First circulated on 28 October 2016 This paper provides an interesting overview (if for lawyers only) of the arbitrability of EU competition law. It was published in World Competition, and can be found at https://www.kluwerlawonline.com/abstract.php?id=WOCO2017004. Very pro-arbitration, as is usual among those who write about it (usually because people who write about arbitration are engaged in arbitration as party representatives or arbitrators). Comprehensive, and of undoubted value to anyone interested or involved in this area.
This paper by Wouter Wils – available at https://www.concurrences.com/en/review/numeros/no-1-2017/articles/the-use-of-leniency-in-eu-cartel-enforcement-an-assessment-after-twenty-years – describes 20 years of leniency in Europe. In addition to some interesting statistics, it contains an overview of arguments for and against the use of leniency. It is useful for anyone doing bid-rigging / promoting the virtues of competition, but putting at risk the job of thousands of trainee lawyers who will no longer have a job searching for examples of the practical application of leniency by the European Commission.
This paper by Josef Drexl – a chapter on a book on the ‘The Regionalisation of Competition Law and Policy within the ASEAN Economic Community – focuses on the transplantability of competition law systems across regions(in this case, from the EU to ASEAN). Basic argument: some elements of a competition system are transplantable, others are not. A full, successful transplant from the EU to ASEAN must take into consideration the goals of ASEAN competition law, the degree and potential of economic integration of the national economies, the level of economic development of these economies, the development of a competition culture in these countries, the comparative advantages of centralised and decentralised enforcement, and the willingness of ASEAN countries to surrender sovereignty in the field of competition law. In short, transplants depend on socio-economic conditions. I think we can all agree with this article of faith in spirit, even if I’m doubtful that anyone is very good at embracing it in practice –…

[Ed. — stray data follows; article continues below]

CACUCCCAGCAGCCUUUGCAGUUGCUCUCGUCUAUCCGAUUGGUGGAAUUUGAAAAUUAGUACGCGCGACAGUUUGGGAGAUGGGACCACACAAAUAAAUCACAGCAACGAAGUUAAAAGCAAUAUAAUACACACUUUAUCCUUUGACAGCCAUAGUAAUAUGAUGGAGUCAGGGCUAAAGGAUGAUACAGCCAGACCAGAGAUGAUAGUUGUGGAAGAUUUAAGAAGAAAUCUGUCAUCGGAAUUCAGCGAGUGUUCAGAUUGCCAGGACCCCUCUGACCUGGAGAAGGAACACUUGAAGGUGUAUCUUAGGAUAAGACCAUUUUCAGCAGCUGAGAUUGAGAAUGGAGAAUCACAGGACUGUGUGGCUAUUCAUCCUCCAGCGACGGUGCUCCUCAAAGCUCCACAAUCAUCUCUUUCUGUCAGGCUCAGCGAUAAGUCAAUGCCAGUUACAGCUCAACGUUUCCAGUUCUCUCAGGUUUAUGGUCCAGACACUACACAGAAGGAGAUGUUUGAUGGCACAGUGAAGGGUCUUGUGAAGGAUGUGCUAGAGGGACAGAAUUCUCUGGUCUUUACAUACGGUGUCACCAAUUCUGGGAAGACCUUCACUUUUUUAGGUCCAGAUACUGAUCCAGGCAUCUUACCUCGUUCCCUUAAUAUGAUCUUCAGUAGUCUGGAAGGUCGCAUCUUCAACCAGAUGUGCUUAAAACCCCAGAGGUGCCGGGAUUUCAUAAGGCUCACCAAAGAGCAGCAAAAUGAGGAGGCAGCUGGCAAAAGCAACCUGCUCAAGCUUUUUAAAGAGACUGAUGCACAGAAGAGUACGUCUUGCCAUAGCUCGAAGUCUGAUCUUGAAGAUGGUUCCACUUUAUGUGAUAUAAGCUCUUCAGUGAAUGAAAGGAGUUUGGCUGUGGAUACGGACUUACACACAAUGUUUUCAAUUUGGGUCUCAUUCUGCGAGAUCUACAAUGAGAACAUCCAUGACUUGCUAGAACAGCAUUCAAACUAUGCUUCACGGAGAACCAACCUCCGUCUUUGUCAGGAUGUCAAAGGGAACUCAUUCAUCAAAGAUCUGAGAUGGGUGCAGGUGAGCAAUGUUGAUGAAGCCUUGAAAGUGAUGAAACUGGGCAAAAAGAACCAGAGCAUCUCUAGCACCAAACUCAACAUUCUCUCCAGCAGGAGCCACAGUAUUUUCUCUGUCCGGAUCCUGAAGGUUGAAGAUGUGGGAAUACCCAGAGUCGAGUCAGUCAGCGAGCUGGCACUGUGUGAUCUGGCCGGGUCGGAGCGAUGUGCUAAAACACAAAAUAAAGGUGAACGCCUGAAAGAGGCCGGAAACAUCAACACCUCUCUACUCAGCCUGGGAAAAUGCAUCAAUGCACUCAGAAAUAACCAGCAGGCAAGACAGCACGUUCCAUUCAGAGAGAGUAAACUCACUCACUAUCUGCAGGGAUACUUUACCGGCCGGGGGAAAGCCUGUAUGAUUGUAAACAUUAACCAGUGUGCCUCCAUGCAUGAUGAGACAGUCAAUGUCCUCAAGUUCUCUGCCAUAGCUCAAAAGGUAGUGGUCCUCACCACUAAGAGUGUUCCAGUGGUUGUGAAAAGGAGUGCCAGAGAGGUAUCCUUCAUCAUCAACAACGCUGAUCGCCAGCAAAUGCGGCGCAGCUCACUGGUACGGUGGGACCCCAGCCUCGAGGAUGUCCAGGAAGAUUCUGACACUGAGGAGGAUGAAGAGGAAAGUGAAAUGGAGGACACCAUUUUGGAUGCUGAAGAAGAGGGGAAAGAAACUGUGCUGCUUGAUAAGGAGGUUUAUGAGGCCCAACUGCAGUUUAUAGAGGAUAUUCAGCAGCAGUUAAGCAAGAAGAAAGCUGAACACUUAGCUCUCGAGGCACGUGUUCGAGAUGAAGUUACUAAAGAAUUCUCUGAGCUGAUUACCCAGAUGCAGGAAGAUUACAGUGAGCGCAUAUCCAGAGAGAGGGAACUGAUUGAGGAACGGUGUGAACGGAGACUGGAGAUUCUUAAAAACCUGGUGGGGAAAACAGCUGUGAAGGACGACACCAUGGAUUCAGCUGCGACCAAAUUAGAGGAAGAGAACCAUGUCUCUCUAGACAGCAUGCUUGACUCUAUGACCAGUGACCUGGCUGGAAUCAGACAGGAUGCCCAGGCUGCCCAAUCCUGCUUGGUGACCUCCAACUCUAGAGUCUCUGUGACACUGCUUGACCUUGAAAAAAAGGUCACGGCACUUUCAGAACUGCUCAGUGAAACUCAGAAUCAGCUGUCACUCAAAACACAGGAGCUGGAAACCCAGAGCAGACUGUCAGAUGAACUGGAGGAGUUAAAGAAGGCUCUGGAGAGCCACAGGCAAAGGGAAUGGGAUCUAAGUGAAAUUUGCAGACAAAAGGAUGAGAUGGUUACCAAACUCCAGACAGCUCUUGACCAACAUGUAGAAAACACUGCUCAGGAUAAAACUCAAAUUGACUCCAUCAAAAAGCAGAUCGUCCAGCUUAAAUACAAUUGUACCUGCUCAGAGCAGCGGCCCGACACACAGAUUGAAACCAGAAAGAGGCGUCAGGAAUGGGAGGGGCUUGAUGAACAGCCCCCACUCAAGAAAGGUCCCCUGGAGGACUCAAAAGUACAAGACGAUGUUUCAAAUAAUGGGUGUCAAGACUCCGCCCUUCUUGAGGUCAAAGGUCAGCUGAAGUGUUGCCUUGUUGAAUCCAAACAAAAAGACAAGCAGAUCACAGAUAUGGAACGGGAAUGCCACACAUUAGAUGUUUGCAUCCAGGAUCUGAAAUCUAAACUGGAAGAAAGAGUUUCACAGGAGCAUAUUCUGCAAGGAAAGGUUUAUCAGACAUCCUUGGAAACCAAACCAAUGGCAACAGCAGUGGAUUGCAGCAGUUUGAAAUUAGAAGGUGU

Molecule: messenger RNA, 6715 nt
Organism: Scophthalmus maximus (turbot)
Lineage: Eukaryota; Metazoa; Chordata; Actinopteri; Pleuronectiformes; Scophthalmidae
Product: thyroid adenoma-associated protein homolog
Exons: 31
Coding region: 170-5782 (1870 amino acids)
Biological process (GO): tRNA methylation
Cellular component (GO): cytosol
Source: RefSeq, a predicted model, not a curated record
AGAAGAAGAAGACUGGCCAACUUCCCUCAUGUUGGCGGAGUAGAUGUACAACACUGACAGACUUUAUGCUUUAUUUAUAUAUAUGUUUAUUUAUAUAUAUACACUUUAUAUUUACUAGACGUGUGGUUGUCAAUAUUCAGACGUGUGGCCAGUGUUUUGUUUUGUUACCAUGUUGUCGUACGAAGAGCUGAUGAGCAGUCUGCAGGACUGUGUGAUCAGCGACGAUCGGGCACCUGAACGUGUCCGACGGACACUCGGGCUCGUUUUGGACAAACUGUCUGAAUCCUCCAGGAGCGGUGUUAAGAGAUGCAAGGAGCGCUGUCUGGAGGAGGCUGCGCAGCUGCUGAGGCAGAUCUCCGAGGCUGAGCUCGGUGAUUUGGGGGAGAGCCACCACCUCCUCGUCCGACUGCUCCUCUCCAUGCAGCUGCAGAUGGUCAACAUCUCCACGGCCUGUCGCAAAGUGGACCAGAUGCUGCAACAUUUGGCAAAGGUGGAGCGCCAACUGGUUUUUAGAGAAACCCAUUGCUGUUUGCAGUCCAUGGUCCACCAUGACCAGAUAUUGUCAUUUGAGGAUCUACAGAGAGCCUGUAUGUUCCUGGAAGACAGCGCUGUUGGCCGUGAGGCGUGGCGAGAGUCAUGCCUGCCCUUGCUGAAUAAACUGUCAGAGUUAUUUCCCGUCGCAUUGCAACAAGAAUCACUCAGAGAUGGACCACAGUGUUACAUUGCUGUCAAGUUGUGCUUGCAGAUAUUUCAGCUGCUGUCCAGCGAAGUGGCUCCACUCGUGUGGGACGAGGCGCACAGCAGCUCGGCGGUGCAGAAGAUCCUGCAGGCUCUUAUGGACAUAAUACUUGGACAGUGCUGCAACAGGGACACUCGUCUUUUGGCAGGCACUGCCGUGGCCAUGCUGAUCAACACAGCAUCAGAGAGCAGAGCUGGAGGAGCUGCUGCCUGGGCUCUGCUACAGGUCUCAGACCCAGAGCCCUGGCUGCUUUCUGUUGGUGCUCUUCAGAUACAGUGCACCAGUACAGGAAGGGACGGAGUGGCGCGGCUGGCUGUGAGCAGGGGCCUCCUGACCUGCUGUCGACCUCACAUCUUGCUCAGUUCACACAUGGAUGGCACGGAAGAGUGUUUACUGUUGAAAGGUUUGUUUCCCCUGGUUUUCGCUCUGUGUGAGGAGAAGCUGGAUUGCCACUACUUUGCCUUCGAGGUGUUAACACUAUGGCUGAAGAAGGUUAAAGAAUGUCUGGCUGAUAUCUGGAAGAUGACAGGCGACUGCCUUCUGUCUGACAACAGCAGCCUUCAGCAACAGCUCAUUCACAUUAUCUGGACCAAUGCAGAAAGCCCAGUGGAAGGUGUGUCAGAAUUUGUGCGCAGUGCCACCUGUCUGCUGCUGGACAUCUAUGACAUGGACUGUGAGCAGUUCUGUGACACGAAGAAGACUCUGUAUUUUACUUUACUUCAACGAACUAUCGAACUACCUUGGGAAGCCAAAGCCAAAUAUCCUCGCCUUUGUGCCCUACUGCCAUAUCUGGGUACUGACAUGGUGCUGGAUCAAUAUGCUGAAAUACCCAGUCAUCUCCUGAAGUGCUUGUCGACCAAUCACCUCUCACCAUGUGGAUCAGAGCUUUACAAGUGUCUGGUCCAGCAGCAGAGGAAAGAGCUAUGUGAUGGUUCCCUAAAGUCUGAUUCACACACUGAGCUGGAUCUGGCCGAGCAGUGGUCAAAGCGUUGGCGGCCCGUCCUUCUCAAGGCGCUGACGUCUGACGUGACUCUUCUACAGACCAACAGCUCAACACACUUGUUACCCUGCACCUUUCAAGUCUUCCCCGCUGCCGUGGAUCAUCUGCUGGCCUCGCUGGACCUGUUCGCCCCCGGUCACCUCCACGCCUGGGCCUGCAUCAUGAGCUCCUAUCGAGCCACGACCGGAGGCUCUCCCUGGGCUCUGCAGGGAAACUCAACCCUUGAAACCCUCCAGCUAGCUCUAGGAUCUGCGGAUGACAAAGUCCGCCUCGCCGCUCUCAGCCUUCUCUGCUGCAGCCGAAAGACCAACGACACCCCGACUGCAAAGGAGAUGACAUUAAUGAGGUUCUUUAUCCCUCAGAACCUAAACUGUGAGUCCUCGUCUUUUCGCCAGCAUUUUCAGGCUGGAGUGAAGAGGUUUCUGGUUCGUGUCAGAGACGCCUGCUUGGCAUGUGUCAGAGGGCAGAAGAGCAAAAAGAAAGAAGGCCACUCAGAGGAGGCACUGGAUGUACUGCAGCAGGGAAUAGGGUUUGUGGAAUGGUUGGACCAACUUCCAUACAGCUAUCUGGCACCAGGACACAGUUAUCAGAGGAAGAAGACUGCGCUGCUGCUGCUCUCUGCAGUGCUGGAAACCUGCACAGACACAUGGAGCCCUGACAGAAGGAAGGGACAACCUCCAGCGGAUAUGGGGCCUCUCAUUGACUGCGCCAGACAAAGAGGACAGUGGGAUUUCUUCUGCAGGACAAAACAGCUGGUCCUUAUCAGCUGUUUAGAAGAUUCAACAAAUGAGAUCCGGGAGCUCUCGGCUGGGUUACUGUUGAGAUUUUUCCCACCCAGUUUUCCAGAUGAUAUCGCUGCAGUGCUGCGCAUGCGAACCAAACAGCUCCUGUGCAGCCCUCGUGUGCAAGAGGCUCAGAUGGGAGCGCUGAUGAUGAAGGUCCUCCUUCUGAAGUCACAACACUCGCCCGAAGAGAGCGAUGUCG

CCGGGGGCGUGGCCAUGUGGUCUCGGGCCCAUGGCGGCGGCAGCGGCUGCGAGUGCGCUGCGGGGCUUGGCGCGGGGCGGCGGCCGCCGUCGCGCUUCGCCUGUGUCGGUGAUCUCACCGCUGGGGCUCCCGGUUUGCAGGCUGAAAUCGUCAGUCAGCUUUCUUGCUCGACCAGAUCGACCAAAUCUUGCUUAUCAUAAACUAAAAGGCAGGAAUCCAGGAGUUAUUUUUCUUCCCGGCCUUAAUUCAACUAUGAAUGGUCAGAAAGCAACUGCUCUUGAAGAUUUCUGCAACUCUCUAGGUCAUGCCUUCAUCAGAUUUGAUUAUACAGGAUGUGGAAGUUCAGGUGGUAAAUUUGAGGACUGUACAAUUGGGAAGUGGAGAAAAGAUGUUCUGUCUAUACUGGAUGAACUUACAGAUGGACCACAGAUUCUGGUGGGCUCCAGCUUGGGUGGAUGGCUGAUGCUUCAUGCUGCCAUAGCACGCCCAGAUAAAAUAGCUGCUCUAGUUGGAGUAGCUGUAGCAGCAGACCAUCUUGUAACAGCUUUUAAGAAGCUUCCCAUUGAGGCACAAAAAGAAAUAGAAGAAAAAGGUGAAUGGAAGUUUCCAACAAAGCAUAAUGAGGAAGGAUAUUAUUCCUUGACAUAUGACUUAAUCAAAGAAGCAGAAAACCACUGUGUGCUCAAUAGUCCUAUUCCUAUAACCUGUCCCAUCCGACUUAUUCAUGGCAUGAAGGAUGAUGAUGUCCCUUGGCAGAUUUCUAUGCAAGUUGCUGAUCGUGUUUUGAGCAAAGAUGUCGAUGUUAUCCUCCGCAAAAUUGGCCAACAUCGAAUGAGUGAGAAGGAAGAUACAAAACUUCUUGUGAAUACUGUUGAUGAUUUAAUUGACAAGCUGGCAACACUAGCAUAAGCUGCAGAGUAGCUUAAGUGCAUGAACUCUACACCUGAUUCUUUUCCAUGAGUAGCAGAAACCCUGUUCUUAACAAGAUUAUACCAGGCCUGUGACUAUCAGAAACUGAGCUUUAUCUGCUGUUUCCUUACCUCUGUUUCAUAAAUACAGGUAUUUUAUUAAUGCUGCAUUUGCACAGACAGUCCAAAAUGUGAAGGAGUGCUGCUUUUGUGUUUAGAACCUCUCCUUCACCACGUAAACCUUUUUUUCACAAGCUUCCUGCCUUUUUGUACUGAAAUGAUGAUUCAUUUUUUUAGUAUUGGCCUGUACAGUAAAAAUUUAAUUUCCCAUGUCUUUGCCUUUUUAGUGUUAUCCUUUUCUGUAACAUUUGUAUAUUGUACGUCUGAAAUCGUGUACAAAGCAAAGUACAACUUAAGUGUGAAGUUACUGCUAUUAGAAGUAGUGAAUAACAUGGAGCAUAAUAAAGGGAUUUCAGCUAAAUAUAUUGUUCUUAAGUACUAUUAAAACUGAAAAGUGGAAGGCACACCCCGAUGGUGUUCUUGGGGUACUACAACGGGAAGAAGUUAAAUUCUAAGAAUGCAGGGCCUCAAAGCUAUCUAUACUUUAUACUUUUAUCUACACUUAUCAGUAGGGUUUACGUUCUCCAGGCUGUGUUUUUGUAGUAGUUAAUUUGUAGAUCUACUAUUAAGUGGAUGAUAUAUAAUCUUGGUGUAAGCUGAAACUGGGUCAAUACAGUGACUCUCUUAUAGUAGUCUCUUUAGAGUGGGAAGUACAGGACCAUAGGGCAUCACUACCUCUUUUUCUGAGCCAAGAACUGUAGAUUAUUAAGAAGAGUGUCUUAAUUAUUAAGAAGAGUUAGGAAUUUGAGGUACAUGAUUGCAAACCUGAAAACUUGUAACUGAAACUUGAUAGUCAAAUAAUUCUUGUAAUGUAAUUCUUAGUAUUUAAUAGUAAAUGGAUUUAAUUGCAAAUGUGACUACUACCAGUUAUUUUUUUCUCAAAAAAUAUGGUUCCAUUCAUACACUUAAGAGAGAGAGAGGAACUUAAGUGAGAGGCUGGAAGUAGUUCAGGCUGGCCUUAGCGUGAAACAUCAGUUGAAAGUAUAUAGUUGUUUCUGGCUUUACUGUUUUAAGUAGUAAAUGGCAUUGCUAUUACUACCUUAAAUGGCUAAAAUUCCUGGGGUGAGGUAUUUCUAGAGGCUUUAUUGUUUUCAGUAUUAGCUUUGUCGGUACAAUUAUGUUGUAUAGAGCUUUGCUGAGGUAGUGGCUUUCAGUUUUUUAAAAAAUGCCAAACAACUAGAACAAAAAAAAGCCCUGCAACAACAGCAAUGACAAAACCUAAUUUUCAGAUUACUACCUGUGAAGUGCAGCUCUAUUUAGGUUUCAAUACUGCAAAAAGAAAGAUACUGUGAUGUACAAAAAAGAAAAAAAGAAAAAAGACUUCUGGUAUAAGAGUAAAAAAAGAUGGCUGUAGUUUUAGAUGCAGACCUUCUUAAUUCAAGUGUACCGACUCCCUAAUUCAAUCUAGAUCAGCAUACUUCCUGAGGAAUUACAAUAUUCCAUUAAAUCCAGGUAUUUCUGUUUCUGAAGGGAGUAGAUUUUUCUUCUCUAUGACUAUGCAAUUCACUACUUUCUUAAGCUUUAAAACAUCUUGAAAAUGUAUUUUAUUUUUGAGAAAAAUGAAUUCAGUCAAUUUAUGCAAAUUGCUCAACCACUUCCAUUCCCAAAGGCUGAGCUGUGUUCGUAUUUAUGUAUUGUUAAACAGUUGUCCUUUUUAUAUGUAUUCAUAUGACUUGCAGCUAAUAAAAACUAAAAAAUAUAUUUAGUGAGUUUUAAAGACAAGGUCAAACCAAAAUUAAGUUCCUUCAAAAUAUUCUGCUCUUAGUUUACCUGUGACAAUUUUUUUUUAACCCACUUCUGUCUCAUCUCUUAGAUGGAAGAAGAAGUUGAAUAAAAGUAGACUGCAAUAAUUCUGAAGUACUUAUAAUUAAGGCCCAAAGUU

This is a paper – published in the George Mason Law Review and available at http://www.georgemasonlawreview.org/wp-content/uploads/Kovacic-and-Hyman_ReadyforJCI.pdf – by Bill Kovacic and David Hyman on the desirability of competition agencies having regulatory competences in addition to those related to antitrust, and on how the spill-over between these various areas of competence may work. The paper provides a theoretical framework (the first of its kind, as far as I’m aware) for the various types of leveraging of competition and other regulatory concerns in practice, both inter- and intra-agencies . It also includes examples of the various types of spill-over that may occur, mainly by reference to FTC work but also including some European authorities; and a cost-benefit analysis of the various types of spill-over (bottom line: “it depends, but regulatory spill-over should mainly be avoided”). Good stuff, potentially useful.